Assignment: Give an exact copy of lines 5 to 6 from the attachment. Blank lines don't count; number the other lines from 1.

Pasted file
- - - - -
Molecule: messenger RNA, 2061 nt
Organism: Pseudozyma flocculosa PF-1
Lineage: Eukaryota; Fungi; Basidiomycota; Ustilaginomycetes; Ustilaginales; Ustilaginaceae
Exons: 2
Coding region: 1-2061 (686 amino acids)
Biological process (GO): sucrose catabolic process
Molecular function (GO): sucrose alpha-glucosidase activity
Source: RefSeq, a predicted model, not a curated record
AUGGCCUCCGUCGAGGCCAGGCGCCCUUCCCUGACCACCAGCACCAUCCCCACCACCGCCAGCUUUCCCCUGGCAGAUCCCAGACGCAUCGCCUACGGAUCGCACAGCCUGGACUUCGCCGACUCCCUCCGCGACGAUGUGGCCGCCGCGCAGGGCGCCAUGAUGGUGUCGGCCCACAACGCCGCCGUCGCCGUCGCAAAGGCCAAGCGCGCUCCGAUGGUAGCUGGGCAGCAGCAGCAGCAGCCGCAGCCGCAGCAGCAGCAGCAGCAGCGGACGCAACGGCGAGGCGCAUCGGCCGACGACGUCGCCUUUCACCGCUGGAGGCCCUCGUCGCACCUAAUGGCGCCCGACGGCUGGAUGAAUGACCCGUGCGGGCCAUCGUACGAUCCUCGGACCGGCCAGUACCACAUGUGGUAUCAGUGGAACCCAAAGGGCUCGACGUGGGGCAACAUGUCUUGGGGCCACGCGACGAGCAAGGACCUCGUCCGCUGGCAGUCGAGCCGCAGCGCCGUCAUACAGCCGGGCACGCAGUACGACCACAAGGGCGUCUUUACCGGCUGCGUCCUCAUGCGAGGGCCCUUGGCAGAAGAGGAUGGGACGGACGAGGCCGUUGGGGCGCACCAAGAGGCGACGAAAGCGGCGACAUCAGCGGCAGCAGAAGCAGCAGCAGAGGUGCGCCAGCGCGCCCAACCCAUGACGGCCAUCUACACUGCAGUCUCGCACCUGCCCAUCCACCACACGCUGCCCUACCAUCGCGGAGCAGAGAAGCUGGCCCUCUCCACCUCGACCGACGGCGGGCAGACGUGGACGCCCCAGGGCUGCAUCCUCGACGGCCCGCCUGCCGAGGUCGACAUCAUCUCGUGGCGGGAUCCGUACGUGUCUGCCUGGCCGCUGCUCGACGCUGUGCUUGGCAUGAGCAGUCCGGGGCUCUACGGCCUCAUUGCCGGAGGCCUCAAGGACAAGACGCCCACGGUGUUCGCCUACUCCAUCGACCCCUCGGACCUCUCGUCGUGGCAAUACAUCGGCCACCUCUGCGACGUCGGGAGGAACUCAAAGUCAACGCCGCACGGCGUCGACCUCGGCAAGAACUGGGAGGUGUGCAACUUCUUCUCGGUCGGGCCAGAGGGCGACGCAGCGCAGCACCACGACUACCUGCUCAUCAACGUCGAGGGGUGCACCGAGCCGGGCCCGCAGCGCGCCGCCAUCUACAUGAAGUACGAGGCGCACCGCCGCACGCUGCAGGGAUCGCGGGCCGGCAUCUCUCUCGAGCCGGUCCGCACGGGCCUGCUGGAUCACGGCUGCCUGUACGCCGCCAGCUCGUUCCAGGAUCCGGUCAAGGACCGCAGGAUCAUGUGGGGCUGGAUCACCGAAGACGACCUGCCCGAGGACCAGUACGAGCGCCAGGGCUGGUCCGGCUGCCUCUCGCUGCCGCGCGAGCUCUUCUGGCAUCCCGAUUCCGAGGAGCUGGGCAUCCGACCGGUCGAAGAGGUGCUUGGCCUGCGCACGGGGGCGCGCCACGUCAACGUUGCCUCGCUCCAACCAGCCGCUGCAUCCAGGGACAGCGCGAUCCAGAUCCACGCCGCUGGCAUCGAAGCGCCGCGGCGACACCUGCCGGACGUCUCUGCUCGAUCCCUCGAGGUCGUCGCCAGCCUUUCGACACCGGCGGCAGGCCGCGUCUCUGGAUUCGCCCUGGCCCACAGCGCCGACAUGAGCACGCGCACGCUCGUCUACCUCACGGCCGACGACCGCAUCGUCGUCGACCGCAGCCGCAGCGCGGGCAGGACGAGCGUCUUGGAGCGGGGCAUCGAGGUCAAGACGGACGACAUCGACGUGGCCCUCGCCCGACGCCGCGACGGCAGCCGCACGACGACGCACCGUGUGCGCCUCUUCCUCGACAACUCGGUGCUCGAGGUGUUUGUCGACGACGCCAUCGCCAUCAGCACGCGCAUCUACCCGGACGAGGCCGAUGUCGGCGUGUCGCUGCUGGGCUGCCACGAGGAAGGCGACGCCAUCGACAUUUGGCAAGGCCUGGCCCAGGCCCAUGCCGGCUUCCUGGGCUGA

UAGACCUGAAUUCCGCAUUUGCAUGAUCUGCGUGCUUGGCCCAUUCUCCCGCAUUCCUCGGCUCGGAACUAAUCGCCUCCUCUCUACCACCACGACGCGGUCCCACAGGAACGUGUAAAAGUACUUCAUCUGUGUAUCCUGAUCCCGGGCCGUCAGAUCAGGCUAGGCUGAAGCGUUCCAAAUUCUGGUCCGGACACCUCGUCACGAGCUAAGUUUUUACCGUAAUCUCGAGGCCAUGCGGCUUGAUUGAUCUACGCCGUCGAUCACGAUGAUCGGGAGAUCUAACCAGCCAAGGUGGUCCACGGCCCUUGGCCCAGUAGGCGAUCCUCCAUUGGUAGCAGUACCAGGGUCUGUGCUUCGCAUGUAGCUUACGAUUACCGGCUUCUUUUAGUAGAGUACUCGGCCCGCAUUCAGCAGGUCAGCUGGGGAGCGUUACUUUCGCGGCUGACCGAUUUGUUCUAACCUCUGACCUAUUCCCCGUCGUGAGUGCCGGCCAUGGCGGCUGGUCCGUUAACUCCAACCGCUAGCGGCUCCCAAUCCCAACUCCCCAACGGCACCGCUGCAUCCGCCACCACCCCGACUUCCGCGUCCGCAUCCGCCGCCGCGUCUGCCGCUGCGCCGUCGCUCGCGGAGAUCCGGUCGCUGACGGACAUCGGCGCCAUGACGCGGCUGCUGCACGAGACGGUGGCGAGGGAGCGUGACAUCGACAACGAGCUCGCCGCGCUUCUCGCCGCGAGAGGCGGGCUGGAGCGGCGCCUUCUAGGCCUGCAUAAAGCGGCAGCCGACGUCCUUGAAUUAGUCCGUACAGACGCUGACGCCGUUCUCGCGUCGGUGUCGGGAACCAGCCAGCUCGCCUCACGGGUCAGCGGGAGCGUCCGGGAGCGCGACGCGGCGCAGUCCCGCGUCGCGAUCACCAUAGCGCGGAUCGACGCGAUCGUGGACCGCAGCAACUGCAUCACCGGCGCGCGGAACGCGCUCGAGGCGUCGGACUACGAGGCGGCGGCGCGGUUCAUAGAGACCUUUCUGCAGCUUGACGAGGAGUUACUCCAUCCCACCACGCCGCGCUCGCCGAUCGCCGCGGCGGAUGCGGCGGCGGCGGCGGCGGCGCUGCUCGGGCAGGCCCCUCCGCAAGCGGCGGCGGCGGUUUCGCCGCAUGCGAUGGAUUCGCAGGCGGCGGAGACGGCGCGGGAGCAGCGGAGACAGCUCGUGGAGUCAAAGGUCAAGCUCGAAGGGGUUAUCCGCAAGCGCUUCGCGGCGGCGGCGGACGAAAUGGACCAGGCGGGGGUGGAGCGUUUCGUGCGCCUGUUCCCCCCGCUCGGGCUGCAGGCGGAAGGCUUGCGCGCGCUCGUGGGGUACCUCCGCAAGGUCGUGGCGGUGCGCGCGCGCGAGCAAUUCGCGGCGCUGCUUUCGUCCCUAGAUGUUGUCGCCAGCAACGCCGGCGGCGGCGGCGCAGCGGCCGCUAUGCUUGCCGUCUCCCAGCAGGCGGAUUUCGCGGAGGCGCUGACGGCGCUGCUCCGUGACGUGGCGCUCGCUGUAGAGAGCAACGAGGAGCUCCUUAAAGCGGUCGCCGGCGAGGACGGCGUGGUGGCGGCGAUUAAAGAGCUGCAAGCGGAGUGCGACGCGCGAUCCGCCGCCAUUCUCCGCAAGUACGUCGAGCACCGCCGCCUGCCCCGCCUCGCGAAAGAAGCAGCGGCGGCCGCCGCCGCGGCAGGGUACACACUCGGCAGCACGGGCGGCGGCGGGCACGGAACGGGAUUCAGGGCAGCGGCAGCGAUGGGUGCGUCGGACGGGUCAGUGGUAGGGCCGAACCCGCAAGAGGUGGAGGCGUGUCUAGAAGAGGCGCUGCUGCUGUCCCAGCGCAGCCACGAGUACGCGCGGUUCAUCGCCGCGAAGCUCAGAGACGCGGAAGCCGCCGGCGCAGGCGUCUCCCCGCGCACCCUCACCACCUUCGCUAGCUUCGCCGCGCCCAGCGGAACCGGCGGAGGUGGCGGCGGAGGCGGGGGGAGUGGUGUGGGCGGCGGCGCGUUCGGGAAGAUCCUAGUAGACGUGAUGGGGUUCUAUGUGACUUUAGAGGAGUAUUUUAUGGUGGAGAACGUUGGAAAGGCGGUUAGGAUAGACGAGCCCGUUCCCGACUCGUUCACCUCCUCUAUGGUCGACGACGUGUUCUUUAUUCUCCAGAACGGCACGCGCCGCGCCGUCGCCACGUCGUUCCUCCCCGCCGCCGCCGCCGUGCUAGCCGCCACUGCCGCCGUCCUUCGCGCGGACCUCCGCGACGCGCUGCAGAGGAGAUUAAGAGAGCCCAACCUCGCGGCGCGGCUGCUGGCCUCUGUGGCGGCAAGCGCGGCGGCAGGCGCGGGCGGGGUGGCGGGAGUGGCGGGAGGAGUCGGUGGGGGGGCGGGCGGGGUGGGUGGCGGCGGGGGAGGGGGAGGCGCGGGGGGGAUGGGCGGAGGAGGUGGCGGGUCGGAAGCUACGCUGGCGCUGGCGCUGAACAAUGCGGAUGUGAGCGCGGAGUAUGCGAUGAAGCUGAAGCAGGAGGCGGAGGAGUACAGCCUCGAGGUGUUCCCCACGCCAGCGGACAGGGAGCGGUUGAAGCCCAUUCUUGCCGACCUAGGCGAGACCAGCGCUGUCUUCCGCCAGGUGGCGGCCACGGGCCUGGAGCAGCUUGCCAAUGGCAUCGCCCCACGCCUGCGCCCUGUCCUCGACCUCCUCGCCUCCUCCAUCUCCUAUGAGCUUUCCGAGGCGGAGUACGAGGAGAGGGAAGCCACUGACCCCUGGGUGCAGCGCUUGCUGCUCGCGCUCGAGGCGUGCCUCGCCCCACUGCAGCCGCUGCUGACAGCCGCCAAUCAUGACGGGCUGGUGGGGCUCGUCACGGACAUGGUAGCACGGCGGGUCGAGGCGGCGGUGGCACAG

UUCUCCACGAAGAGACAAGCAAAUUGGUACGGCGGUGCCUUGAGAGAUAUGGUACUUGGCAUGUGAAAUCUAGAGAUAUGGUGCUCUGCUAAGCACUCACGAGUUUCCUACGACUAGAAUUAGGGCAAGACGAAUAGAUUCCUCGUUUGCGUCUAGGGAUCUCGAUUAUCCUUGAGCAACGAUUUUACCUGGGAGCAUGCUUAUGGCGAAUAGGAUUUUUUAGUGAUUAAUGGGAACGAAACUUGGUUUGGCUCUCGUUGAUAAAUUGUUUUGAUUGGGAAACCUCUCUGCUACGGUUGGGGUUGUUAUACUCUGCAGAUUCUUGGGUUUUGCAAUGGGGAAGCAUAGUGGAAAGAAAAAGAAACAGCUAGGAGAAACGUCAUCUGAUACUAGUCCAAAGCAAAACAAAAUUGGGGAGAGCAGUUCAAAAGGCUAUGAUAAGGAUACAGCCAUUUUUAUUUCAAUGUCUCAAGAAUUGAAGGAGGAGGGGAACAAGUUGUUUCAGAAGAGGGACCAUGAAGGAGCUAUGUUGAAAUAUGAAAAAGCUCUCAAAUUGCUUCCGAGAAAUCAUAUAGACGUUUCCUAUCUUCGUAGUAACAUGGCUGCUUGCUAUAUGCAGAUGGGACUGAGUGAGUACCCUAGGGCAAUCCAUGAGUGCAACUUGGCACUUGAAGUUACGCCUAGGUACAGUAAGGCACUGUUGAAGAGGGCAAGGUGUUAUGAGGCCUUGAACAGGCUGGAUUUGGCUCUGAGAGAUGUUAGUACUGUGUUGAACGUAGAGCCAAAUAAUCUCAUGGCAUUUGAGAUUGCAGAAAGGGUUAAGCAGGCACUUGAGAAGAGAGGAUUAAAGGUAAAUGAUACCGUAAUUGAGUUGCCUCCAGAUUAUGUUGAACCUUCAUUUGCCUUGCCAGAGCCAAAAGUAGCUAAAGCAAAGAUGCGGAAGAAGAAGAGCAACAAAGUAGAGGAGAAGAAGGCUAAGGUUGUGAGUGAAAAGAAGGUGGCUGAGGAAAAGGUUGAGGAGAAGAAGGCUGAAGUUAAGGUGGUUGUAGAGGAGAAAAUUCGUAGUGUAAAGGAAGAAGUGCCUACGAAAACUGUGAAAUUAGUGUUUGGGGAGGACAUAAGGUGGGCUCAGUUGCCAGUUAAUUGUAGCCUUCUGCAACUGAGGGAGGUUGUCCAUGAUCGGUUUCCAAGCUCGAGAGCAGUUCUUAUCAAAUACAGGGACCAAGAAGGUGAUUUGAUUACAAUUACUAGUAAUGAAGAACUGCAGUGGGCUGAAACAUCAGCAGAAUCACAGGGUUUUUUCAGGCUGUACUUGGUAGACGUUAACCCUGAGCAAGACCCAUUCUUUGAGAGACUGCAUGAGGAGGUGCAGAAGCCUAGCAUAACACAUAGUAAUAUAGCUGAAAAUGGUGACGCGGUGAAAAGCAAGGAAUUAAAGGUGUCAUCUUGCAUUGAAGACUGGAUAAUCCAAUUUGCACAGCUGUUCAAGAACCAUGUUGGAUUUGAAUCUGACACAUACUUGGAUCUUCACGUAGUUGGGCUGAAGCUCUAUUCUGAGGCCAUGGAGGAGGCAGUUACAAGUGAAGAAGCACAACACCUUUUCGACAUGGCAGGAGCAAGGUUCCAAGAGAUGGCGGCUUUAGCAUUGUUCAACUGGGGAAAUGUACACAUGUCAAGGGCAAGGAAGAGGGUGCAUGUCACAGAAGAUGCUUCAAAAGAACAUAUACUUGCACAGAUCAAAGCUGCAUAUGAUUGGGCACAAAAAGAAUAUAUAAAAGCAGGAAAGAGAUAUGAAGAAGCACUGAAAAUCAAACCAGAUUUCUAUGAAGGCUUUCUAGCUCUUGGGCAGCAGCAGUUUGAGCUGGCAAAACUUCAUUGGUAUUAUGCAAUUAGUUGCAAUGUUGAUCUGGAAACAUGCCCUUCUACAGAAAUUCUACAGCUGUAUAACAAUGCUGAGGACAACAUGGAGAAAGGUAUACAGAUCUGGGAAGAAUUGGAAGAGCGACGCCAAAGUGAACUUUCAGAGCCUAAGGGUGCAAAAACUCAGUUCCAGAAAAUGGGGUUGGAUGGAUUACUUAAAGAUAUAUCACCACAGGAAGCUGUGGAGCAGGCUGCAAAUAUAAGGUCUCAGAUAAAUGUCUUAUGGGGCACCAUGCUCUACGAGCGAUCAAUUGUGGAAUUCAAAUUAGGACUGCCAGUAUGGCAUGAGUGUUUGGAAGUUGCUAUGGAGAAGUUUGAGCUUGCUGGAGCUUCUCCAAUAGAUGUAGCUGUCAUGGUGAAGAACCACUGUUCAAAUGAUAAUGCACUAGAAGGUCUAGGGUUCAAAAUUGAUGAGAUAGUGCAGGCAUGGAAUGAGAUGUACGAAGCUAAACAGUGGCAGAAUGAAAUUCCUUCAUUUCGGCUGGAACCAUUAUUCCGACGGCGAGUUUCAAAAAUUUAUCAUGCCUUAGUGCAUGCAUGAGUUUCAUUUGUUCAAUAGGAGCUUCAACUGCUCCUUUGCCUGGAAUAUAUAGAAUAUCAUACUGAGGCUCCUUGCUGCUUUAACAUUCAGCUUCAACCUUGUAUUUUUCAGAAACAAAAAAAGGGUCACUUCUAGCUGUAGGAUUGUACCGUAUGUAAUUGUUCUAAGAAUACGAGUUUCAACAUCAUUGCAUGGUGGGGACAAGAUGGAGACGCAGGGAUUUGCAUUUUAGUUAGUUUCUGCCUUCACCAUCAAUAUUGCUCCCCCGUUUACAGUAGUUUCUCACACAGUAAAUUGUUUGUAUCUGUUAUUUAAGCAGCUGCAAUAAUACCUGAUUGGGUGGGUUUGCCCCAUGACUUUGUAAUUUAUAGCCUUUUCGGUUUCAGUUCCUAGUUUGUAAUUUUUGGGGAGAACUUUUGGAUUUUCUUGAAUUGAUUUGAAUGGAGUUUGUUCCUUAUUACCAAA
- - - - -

Coding region: 1-2061 (686 amino acids)
Biological process (GO): sucrose catabolic process